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Disulfiram (Disulfiram) - Description and Clinical Pharmacology

 
 



DESCRIPTION:

Disulfiram is an alcohol antagonist drug.

CHEMICAL NAME:

bis(diethylthiocarbamoyl) disulfide.

STRUCTURAL FORMULA:

Disulfiram occurs as a white to off-white, odorless, and almost tasteless powder, soluble in water to the extent of about 20 mg in 100 mL, and in alcohol to the extent of about 3.8 g in 100 mL.

Each tablet for oral administration contains 250 mg or 500 mg disulfiram, USP. Tablets also contain crospovidone, lactose monohydrate, magnesium stearate, microcrystalline cellulose, povidone and silicon dioxide.

CLINICAL PHARMACOLOGY:

Disulfiram produces a sensitivity to alcohol which results in a highly unpleasant reaction when the patient under treatment ingests even small amounts of alcohol.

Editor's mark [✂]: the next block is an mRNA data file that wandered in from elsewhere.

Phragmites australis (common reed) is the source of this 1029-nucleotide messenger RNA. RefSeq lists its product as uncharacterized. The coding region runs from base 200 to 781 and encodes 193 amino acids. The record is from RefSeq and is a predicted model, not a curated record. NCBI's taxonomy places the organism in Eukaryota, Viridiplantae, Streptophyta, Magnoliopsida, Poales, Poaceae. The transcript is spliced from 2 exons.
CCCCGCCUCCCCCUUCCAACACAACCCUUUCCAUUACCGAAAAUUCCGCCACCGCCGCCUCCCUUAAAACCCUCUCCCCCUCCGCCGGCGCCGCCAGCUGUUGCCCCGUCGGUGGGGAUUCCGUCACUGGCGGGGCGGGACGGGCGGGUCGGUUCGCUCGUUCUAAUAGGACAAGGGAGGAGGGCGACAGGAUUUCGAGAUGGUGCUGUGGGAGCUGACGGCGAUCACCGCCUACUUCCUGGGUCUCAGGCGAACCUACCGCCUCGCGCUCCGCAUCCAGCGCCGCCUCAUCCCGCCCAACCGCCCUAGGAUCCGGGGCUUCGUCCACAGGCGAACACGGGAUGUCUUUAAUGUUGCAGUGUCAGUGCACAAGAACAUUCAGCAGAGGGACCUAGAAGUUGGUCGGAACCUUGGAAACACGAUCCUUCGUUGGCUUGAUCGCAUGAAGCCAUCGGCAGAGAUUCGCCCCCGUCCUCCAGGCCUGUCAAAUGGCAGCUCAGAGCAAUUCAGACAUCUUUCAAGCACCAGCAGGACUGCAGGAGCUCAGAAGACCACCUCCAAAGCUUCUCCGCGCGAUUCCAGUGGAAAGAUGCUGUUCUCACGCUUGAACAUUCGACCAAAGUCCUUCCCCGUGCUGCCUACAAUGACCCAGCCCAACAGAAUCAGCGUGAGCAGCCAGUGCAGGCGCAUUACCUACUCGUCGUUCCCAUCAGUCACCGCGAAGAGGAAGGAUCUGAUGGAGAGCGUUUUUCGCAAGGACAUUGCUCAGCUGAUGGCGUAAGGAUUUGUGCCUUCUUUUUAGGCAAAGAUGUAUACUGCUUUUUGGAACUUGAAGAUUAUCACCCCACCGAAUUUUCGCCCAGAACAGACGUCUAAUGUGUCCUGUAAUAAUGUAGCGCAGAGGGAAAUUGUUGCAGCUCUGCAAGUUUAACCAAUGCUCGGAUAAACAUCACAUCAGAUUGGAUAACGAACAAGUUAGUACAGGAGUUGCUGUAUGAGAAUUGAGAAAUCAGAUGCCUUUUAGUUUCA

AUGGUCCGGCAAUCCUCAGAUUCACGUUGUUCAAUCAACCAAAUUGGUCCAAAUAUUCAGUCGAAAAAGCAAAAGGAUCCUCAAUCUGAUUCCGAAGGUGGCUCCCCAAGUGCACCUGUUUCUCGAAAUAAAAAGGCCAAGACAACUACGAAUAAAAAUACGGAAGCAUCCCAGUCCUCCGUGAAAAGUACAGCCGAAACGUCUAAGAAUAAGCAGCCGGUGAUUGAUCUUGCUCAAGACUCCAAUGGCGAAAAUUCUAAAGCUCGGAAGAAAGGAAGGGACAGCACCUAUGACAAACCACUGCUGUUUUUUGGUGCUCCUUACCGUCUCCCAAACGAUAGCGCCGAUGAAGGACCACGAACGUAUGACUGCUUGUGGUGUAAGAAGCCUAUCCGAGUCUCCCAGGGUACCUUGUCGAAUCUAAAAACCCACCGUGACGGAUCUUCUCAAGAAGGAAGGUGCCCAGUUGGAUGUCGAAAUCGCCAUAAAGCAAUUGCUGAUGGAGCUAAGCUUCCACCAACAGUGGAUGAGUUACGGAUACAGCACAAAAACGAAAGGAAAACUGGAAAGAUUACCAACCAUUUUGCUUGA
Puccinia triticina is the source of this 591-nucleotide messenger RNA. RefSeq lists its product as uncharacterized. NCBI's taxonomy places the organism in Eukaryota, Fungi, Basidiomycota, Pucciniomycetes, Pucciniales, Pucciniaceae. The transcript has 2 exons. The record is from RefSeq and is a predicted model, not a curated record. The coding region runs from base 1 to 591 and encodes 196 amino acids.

Disulfiram blocks the oxidation of alcohol at the acetaldehyde stage. During alcohol metabolism following disulfiram intake, the concentration of acetaldehyde occurring in the blood may be 5 to 10 times higher than that found during metabolism of the same amount of alcohol alone.

Accumulation of acetaldehyde in the blood produces a complex of highly unpleasant symptoms referred to hereinafter as the disulfiram-alcohol reaction. This reaction, which is proportional to the dosage of both disulfiram and alcohol, will persist as long as alcohol is being metabolized. Disulfiram does not appear to influence the rate of alcohol elimination from the body.

Disulfiram is absorbed slowly from the gastrointestinal tract and is eliminated slowly from the body. One (or even two) weeks after a patient has taken his last dose of disulfiram, ingestion of alcohol may produce unpleasant symptoms.

Prolonged administration of disulfiram does not produce tolerance; the longer a patient remains on therapy, the more exquisitely sensitive he becomes to alcohol.

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